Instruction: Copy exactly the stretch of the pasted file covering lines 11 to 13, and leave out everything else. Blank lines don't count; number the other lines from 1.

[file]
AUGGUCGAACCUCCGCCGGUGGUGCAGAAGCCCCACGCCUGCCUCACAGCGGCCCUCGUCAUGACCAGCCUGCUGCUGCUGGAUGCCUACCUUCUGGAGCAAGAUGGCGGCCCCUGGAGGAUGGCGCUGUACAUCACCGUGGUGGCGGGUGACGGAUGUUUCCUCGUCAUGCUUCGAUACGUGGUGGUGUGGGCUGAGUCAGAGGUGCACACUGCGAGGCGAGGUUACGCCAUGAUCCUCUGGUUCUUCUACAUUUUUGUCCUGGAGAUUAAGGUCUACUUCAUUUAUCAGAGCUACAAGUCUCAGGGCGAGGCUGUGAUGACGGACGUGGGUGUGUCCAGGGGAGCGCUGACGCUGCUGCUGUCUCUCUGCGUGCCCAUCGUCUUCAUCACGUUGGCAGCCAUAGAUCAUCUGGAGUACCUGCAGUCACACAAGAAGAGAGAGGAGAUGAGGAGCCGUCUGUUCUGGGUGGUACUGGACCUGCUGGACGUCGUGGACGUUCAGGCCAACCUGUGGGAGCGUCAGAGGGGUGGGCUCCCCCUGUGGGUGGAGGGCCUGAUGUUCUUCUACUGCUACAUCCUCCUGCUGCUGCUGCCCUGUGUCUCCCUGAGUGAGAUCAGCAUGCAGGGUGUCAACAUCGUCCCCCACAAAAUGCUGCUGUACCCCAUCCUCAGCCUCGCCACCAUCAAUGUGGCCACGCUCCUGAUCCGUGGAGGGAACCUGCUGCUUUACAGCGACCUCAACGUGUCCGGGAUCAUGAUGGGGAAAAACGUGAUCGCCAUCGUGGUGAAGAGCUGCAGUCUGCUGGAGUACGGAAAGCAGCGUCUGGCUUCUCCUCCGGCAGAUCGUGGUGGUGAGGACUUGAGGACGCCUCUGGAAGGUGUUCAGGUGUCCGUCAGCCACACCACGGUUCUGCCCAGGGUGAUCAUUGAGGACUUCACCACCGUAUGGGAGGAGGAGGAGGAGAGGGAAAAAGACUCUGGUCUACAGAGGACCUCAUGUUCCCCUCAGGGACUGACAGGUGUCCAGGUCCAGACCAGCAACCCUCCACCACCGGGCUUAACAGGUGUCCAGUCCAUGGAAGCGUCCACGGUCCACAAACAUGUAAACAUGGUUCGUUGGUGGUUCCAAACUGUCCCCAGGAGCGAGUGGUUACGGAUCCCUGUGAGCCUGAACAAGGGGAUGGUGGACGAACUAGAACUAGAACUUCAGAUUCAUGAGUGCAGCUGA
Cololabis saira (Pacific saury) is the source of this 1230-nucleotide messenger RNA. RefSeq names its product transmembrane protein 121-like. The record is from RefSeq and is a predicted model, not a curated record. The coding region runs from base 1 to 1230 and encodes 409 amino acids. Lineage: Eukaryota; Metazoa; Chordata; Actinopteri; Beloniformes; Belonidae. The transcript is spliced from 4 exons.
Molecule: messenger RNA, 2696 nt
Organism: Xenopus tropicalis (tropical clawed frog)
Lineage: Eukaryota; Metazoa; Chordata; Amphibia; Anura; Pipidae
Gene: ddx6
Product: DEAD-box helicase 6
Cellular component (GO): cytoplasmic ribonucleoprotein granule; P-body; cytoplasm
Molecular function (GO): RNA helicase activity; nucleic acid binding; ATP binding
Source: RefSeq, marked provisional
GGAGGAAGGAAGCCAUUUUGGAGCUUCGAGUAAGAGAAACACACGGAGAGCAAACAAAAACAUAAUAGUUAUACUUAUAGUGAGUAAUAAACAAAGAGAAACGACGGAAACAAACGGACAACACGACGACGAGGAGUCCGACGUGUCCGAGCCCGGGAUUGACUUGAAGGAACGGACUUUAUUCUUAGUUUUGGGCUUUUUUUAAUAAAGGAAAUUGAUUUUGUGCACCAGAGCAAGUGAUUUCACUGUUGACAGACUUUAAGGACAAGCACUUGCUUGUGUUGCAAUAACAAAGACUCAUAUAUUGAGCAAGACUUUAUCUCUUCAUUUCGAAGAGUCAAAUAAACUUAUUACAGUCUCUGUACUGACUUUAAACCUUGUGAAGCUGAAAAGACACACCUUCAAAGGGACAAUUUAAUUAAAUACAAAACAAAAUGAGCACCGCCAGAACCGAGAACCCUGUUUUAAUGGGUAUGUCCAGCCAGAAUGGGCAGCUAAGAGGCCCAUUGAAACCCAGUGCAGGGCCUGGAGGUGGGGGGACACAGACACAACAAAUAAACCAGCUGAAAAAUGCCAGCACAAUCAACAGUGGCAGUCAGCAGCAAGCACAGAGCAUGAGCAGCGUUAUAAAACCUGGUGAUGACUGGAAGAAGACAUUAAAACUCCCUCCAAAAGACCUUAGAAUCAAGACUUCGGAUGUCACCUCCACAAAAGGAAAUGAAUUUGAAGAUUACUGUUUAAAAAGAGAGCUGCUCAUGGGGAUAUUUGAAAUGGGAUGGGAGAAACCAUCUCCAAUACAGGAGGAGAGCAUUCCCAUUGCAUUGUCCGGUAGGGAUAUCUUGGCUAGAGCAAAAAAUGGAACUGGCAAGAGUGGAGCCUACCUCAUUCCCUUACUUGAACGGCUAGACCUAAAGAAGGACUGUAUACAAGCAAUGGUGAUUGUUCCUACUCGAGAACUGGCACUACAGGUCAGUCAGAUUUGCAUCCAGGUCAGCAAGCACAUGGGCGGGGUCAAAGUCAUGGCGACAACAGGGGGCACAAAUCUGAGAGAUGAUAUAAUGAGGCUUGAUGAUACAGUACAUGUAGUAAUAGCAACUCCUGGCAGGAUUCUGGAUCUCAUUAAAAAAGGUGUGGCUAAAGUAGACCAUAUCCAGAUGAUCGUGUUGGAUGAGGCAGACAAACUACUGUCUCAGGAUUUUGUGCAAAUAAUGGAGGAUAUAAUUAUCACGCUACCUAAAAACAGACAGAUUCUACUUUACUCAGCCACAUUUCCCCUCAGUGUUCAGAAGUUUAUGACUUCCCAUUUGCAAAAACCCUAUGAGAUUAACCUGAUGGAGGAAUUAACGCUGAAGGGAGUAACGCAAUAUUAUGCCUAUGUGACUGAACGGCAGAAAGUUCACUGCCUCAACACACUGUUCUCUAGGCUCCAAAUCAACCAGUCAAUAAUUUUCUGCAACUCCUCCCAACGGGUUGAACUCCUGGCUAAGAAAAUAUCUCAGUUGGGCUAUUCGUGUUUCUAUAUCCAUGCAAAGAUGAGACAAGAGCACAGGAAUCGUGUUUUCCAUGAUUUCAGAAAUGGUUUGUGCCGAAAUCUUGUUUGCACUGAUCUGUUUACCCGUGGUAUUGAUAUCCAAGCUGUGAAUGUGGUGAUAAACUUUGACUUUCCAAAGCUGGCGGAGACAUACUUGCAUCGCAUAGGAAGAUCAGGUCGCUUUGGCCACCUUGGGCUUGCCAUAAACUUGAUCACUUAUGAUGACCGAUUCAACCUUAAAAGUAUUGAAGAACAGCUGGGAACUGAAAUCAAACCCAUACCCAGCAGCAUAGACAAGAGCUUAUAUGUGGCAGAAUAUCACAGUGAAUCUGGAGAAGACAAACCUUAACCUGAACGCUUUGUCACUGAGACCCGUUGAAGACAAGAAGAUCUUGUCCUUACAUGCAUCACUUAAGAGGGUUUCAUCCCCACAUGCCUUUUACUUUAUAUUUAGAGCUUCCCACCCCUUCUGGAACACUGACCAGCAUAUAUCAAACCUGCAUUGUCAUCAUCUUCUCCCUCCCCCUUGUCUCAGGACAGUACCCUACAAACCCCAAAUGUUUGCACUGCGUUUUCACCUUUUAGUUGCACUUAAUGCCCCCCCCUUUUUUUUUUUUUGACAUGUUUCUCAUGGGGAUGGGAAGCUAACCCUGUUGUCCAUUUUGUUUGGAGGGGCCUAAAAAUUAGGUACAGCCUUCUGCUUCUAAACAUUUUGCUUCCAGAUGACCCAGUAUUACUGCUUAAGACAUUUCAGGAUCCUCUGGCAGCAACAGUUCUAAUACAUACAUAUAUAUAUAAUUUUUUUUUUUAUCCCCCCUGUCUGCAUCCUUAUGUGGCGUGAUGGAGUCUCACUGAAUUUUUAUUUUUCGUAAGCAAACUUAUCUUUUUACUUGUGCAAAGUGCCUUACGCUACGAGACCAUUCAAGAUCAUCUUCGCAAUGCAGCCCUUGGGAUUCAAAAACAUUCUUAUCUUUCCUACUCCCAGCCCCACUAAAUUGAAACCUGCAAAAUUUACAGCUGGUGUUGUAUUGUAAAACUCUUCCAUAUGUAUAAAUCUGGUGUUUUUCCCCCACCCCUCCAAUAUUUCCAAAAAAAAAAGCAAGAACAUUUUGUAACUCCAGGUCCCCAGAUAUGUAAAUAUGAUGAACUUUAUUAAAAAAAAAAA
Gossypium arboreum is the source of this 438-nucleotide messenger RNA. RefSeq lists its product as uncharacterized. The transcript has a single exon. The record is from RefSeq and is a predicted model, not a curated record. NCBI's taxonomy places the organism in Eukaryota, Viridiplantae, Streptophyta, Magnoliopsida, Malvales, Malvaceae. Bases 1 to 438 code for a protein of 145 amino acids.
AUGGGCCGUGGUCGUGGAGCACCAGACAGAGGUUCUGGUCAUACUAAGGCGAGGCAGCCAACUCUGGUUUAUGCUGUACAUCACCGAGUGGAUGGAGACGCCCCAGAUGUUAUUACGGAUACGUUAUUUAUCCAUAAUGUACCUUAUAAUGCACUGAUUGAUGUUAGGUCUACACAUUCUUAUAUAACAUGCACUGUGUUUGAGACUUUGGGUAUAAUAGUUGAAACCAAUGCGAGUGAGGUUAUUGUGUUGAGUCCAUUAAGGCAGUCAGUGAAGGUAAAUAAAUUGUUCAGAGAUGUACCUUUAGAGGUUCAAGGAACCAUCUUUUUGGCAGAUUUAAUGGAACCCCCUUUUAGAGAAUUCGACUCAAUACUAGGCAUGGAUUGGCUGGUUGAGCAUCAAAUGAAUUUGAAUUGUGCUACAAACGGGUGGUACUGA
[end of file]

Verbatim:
GGAGGAAGGAAGCCAUUUUGGAGCUUCGAGUAAGAGAAACACACGGAGAGCAAACAAAAACAUAAUAGUUAUACUUAUAGUGAGUAAUAAACAAAGAGAAACGACGGAAACAAACGGACAACACGACGACGAGGAGUCCGACGUGUCCGAGCCCGGGAUUGACUUGAAGGAACGGACUUUAUUCUUAGUUUUGGGCUUUUUUUAAUAAAGGAAAUUGAUUUUGUGCACCAGAGCAAGUGAUUUCACUGUUGACAGACUUUAAGGACAAGCACUUGCUUGUGUUGCAAUAACAAAGACUCAUAUAUUGAGCAAGACUUUAUCUCUUCAUUUCGAAGAGUCAAAUAAACUUAUUACAGUCUCUGUACUGACUUUAAACCUUGUGAAGCUGAAAAGACACACCUUCAAAGGGACAAUUUAAUUAAAUACAAAACAAAAUGAGCACCGCCAGAACCGAGAACCCUGUUUUAAUGGGUAUGUCCAGCCAGAAUGGGCAGCUAAGAGGCCCAUUGAAACCCAGUGCAGGGCCUGGAGGUGGGGGGACACAGACACAACAAAUAAACCAGCUGAAAAAUGCCAGCACAAUCAACAGUGGCAGUCAGCAGCAAGCACAGAGCAUGAGCAGCGUUAUAAAACCUGGUGAUGACUGGAAGAAGACAUUAAAACUCCCUCCAAAAGACCUUAGAAUCAAGACUUCGGAUGUCACCUCCACAAAAGGAAAUGAAUUUGAAGAUUACUGUUUAAAAAGAGAGCUGCUCAUGGGGAUAUUUGAAAUGGGAUGGGAGAAACCAUCUCCAAUACAGGAGGAGAGCAUUCCCAUUGCAUUGUCCGGUAGGGAUAUCUUGGCUAGAGCAAAAAAUGGAACUGGCAAGAGUGGAGCCUACCUCAUUCCCUUACUUGAACGGCUAGACCUAAAGAAGGACUGUAUACAAGCAAUGGUGAUUGUUCCUACUCGAGAACUGGCACUACAGGUCAGUCAGAUUUGCAUCCAGGUCAGCAAGCACAUGGGCGGGGUCAAAGUCAUGGCGACAACAGGGGGCACAAAUCUGAGAGAUGAUAUAAUGAGGCUUGAUGAUACAGUACAUGUAGUAAUAGCAACUCCUGGCAGGAUUCUGGAUCUCAUUAAAAAAGGUGUGGCUAAAGUAGACCAUAUCCAGAUGAUCGUGUUGGAUGAGGCAGACAAACUACUGUCUCAGGAUUUUGUGCAAAUAAUGGAGGAUAUAAUUAUCACGCUACCUAAAAACAGACAGAUUCUACUUUACUCAGCCACAUUUCCCCUCAGUGUUCAGAAGUUUAUGACUUCCCAUUUGCAAAAACCCUAUGAGAUUAACCUGAUGGAGGAAUUAACGCUGAAGGGAGUAACGCAAUAUUAUGCCUAUGUGACUGAACGGCAGAAAGUUCACUGCCUCAACACACUGUUCUCUAGGCUCCAAAUCAACCAGUCAAUAAUUUUCUGCAACUCCUCCCAACGGGUUGAACUCCUGGCUAAGAAAAUAUCUCAGUUGGGCUAUUCGUGUUUCUAUAUCCAUGCAAAGAUGAGACAAGAGCACAGGAAUCGUGUUUUCCAUGAUUUCAGAAAUGGUUUGUGCCGAAAUCUUGUUUGCACUGAUCUGUUUACCCGUGGUAUUGAUAUCCAAGCUGUGAAUGUGGUGAUAAACUUUGACUUUCCAAAGCUGGCGGAGACAUACUUGCAUCGCAUAGGAAGAUCAGGUCGCUUUGGCCACCUUGGGCUUGCCAUAAACUUGAUCACUUAUGAUGACCGAUUCAACCUUAAAAGUAUUGAAGAACAGCUGGGAACUGAAAUCAAACCCAUACCCAGCAGCAUAGACAAGAGCUUAUAUGUGGCAGAAUAUCACAGUGAAUCUGGAGAAGACAAACCUUAACCUGAACGCUUUGUCACUGAGACCCGUUGAAGACAAGAAGAUCUUGUCCUUACAUGCAUCACUUAAGAGGGUUUCAUCCCCACAUGCCUUUUACUUUAUAUUUAGAGCUUCCCACCCCUUCUGGAACACUGACCAGCAUAUAUCAAACCUGCAUUGUCAUCAUCUUCUCCCUCCCCCUUGUCUCAGGACAGUACCCUACAAACCCCAAAUGUUUGCACUGCGUUUUCACCUUUUAGUUGCACUUAAUGCCCCCCCCUUUUUUUUUUUUUGACAUGUUUCUCAUGGGGAUGGGAAGCUAACCCUGUUGUCCAUUUUGUUUGGAGGGGCCUAAAAAUUAGGUACAGCCUUCUGCUUCUAAACAUUUUGCUUCCAGAUGACCCAGUAUUACUGCUUAAGACAUUUCAGGAUCCUCUGGCAGCAACAGUUCUAAUACAUACAUAUAUAUAUAAUUUUUUUUUUUAUCCCCCCUGUCUGCAUCCUUAUGUGGCGUGAUGGAGUCUCACUGAAUUUUUAUUUUUCGUAAGCAAACUUAUCUUUUUACUUGUGCAAAGUGCCUUACGCUACGAGACCAUUCAAGAUCAUCUUCGCAAUGCAGCCCUUGGGAUUCAAAAACAUUCUUAUCUUUCCUACUCCCAGCCCCACUAAAUUGAAACCUGCAAAAUUUACAGCUGGUGUUGUAUUGUAAAACUCUUCCAUAUGUAUAAAUCUGGUGUUUUUCCCCCACCCCUCCAAUAUUUCCAAAAAAAAAAGCAAGAACAUUUUGUAACUCCAGGUCCCCAGAUAUGUAAAUAUGAUGAACUUUAUUAAAAAAAAAAA
Gossypium arboreum is the source of this 438-nucleotide messenger RNA. RefSeq lists its product as uncharacterized. The transcript has a single exon. The record is from RefSeq and is a predicted model, not a curated record. NCBI's taxonomy places the organism in Eukaryota, Viridiplantae, Streptophyta, Magnoliopsida, Malvales, Malvaceae. Bases 1 to 438 code for a protein of 145 amino acids.
AUGGGCCGUGGUCGUGGAGCACCAGACAGAGGUUCUGGUCAUACUAAGGCGAGGCAGCCAACUCUGGUUUAUGCUGUACAUCACCGAGUGGAUGGAGACGCCCCAGAUGUUAUUACGGAUACGUUAUUUAUCCAUAAUGUACCUUAUAAUGCACUGAUUGAUGUUAGGUCUACACAUUCUUAUAUAACAUGCACUGUGUUUGAGACUUUGGGUAUAAUAGUUGAAACCAAUGCGAGUGAGGUUAUUGUGUUGAGUCCAUUAAGGCAGUCAGUGAAGGUAAAUAAAUUGUUCAGAGAUGUACCUUUAGAGGUUCAAGGAACCAUCUUUUUGGCAGAUUUAAUGGAACCCCCUUUUAGAGAAUUCGACUCAAUACUAGGCAUGGAUUGGCUGGUUGAGCAUCAAAUGAAUUUGAAUUGUGCUACAAACGGGUGGUACUGA